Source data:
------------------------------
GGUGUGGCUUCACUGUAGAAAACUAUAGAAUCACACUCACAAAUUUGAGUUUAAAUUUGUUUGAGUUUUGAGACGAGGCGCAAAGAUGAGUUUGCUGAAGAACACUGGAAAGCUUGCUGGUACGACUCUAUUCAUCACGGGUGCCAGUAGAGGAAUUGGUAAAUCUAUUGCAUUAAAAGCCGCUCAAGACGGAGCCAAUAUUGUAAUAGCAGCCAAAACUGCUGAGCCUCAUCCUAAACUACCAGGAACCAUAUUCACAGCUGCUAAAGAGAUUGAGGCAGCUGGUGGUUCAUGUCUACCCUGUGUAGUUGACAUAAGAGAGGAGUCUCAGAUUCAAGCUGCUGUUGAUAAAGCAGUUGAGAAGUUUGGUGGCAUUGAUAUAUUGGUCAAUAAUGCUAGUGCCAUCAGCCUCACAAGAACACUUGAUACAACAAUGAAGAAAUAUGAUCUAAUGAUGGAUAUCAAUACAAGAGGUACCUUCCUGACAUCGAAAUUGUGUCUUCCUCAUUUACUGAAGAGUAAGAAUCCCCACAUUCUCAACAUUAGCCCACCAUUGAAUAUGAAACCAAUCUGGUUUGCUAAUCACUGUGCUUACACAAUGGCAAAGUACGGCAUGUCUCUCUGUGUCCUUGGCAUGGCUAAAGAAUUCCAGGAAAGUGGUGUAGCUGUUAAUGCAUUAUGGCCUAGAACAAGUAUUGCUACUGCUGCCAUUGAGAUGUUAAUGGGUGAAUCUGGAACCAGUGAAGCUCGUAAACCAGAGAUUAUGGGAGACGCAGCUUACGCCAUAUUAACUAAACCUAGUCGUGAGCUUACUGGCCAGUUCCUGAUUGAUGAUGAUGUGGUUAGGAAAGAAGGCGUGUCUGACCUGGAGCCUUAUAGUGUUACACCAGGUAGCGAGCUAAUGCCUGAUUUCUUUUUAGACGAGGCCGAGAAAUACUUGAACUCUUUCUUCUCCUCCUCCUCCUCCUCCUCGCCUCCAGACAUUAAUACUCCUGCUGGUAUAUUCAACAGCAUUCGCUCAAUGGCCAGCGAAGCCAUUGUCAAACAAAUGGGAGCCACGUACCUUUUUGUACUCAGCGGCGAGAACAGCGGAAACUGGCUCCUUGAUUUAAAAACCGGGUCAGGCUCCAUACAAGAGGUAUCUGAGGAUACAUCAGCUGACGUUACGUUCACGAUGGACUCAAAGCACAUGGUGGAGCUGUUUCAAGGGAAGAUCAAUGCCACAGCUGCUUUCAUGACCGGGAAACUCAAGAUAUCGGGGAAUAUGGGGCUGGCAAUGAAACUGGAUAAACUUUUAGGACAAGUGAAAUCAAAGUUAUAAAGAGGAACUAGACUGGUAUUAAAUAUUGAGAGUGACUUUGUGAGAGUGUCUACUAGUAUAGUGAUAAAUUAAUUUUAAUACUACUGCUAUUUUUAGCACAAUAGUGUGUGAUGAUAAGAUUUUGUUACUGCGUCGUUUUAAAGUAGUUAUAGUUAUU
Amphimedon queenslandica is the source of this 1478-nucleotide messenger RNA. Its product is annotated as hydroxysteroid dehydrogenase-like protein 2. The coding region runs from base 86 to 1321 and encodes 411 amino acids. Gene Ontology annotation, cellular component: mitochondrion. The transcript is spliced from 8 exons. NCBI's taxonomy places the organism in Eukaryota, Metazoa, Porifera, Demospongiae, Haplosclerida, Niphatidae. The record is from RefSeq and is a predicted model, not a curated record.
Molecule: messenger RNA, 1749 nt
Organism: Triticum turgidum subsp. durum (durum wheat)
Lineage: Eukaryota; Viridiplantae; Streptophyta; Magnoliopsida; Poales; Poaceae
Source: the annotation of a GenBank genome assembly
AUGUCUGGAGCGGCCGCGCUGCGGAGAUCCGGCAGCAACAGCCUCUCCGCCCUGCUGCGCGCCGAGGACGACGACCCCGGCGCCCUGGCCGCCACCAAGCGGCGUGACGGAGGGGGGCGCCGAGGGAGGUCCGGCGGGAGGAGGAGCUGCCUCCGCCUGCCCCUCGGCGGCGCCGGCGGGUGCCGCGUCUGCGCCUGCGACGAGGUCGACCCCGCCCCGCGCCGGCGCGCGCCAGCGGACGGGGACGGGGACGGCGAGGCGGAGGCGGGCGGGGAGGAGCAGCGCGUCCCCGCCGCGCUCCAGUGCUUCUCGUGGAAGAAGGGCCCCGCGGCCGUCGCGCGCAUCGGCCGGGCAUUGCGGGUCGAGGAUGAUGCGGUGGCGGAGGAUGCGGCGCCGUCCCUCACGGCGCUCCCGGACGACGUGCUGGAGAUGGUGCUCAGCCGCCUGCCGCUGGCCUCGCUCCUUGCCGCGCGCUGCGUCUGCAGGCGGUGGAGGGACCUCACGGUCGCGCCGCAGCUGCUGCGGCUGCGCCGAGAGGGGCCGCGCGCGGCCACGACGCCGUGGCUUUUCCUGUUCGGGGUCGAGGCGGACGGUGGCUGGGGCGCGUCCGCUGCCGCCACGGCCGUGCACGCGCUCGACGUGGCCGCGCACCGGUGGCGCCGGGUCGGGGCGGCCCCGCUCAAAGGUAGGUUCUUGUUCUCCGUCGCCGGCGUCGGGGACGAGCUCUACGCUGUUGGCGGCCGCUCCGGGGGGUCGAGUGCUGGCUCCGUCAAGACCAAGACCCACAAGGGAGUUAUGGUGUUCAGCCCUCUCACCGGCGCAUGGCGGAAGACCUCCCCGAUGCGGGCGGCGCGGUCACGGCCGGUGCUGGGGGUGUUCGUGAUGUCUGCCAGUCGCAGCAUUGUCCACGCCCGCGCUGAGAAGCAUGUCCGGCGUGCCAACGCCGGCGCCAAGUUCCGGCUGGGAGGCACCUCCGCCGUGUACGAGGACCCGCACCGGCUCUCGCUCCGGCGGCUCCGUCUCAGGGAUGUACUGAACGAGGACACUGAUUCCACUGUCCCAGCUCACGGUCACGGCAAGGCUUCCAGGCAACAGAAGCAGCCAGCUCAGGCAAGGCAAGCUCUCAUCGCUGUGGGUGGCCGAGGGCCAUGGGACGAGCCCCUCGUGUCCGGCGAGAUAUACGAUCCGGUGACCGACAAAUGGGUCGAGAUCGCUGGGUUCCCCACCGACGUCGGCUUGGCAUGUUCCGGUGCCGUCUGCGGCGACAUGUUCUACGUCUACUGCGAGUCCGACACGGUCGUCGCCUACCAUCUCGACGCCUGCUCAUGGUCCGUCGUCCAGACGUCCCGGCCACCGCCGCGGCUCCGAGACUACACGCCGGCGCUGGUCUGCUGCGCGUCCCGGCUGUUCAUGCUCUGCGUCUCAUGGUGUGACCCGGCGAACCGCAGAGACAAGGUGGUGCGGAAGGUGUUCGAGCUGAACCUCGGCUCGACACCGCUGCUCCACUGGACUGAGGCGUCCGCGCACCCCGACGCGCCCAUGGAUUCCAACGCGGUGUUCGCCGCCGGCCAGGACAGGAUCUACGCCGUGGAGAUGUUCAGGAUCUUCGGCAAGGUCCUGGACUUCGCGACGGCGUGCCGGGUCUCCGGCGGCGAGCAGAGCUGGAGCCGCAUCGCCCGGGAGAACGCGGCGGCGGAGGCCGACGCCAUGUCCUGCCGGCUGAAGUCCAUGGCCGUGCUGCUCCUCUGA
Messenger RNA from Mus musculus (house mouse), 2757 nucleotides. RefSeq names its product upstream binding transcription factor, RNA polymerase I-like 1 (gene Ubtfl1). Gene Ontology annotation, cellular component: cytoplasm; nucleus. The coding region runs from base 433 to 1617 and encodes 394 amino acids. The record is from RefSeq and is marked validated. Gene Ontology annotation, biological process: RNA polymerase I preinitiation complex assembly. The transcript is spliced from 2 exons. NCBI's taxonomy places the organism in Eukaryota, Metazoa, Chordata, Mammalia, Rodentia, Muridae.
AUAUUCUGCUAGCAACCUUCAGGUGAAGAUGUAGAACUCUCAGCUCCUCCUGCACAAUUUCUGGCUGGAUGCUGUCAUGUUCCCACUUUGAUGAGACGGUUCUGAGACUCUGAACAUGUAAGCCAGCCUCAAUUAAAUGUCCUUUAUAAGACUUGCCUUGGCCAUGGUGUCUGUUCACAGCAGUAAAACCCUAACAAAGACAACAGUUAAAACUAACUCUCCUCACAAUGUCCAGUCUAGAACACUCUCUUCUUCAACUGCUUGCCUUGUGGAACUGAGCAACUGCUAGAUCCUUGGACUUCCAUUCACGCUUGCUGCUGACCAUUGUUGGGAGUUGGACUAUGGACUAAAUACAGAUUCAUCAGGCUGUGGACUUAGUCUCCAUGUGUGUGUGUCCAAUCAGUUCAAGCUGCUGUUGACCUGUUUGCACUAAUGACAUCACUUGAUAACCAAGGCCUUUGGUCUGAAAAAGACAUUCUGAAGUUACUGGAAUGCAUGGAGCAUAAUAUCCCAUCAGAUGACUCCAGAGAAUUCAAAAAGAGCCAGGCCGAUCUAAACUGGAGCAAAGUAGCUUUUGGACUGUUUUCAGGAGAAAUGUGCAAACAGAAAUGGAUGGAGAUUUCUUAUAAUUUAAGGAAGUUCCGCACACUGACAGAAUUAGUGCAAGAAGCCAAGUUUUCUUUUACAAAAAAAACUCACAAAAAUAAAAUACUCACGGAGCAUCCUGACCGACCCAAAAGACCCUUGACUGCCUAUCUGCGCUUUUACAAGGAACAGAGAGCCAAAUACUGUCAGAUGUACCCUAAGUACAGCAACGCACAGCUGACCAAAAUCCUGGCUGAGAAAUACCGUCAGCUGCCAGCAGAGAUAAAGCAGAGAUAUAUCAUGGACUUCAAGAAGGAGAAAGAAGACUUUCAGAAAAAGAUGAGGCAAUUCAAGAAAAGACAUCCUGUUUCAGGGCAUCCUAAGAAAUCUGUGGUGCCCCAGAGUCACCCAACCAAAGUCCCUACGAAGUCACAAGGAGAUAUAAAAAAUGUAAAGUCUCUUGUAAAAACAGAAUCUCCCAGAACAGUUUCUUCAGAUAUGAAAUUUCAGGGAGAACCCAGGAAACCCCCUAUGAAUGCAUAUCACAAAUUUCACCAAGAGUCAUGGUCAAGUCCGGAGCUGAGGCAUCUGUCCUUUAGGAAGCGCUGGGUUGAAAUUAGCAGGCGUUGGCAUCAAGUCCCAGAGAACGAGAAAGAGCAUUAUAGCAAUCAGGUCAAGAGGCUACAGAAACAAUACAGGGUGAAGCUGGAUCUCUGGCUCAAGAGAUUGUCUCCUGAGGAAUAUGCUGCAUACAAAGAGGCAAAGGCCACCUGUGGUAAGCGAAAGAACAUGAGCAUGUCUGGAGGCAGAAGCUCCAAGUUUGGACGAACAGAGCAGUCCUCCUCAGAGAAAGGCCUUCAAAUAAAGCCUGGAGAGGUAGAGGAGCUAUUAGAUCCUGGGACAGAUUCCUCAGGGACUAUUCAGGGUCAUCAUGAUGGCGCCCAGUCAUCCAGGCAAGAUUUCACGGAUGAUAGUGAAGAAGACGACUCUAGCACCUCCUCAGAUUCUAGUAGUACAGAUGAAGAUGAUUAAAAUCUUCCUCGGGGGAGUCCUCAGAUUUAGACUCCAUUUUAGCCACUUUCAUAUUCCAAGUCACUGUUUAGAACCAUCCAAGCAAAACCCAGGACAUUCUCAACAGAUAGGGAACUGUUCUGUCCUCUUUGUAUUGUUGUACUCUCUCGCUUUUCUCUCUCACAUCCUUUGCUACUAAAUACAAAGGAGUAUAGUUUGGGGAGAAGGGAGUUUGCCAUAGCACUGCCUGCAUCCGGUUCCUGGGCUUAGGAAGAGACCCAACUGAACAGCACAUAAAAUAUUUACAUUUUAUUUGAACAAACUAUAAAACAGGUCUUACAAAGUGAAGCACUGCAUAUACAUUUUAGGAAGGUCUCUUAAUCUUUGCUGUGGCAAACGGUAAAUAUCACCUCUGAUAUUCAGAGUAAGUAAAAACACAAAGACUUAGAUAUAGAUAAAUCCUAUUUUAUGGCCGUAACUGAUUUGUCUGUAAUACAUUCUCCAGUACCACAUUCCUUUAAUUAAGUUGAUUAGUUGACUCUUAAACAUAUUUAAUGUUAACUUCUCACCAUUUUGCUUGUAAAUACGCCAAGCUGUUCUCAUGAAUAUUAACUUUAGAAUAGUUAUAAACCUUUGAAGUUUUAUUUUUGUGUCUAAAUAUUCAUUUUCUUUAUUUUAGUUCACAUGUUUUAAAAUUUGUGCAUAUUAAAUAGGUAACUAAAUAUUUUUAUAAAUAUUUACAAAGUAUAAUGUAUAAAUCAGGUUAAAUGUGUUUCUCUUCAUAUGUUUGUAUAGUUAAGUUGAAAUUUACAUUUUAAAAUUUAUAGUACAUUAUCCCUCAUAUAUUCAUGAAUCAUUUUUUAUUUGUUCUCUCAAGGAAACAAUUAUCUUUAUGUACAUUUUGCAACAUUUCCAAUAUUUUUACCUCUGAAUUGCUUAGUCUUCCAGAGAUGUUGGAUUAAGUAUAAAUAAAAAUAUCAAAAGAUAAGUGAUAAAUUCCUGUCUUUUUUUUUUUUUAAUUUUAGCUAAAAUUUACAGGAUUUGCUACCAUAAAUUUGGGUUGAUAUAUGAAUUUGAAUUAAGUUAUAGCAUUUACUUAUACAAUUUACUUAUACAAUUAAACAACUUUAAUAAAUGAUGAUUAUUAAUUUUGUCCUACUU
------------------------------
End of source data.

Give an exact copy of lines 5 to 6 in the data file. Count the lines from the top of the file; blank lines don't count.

Lineage: Eukaryota; Viridiplantae; Streptophyta; Magnoliopsida; Poales; Poaceae
Source: the annotation of a GenBank genome assembly